Greg’s use of irony and stop-motion in his own movies combined with the film’s centered and rolling shots, use of white typeface at the bottom of the screen to introduce the different parts of the movie (most of these are focused around Greg’s friendship with Rachel, e.g. “The Part Where I Meet The Dying Girl” or “Day One of Doomed Friendship”) are, of course, to be related to Wes Anderson. The choice makes sense; many young creatives — myself included — look to his stylings for aesthetic inspiration and new techniques.

A standout, original method used was the rotation of shots to mirror the way the character in the scene felt turned-around or confused. The technique, although dizzying, worked in the film’s favor to confuse the audience in empathy.

Greg’s father introduced Earl and him to foreign cinema at a young age. We see the three watching films together in a scene that emulates the onscreen tableaus and presents their soundtracks as diegetic. This way, the films translate to life, representative of Greg’s commitment to his craft. Quite literally, we see the inspiration Greg draws from translated to the screen.

The film’s characters, although likable, were a bit underdeveloped. Greg was the classic “awkward — but not really because only in an alternative, cool way and he was attractive.” His character was most developed, leaving his best friend Earl’s character to become the overly stereotypical “boy from the hood.” Although Earl has some of the most thought-provoking realizations in the film — confronting Greg about his selfishness when he claims he can’t believe “how annoying Rachel is being about going off her meds” — these insights are overshadowed by references to women’s breasts and the fact that he accidentally gets them both high.

Rachel was amiable: You appreciated her humor and felt her frustration. However, we didn’t progress much past her appreciation for Greg’s films and updates on her illness. Nonetheless, this was an intriguing strength of the film. The reference to Rachel as “the dying girl” in the title foreshadowed the idea that no matter how hard we try to get know someone deeply and look past their disabilities and faults, sometimes we slip into defining them by what we attempt to ignore.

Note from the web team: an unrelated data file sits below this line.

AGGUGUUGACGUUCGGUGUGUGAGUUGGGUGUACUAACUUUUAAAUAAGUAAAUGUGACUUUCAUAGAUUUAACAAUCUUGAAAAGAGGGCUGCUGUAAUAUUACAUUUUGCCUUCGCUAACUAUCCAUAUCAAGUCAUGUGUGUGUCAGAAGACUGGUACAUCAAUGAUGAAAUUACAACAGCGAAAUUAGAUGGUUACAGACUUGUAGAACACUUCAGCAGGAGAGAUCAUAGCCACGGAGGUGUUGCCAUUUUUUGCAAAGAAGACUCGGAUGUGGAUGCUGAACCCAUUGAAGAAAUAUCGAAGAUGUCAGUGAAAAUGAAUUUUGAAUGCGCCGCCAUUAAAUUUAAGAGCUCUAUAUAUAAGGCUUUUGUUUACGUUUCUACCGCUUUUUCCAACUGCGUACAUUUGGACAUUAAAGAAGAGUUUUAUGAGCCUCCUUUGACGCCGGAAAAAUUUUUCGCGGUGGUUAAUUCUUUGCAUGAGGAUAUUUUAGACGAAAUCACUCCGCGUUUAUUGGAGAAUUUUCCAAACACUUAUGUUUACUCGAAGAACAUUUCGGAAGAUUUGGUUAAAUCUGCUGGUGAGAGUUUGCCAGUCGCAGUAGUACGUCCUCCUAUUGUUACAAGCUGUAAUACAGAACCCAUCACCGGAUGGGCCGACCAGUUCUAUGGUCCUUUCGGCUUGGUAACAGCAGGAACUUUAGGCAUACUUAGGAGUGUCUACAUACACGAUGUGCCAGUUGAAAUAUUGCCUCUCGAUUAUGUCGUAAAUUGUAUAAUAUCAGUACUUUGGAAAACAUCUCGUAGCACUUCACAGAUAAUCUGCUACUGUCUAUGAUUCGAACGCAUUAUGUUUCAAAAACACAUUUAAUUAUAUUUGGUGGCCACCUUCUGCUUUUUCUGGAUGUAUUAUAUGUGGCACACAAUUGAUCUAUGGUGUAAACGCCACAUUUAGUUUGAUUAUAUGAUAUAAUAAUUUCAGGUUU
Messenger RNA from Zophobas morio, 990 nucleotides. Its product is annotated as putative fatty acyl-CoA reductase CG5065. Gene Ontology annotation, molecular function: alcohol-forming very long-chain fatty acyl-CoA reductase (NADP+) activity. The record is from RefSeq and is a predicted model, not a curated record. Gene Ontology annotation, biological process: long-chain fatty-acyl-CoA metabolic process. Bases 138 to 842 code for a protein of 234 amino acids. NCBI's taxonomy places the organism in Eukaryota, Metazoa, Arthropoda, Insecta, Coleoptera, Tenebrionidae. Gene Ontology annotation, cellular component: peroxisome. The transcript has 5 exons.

A key message, delivered by Greg’s history teacher, was that sometimes we can always discover more about people. One of the most moving scenes showed Greg going through Rachel’s room to discover what her mother meant when she told him Rachel “loved scissors.” It is in this moment that we realize Greg, first motivated to befriend Rachel by request of his mother, hasn’t come to know Rachel that deeply either.

Greg describes his own films as: “weird, violent, confusing and meaningless,” a parallel to how he views himself: he thinks he’s weird, he partakes in angsty bouts of teenage boy violence, he is confused by his and Rachel’s roles in each other’s lives, and he attempts to convince himself there is no meaning in things as “he only partakes in the casual.”

It is certain that “Me and Earl and the Dying Girl” accomplished meaning in an imaginative, unique approach to a clichéd plot.

 

 

Tags: ,

About Erin McAuliffe

I'm Scene's editor and a senior Marketing & Journalism student. To quote the exquisite Sadie Dupuis, "I'm not bossy — I'm the boss."

Contact Erin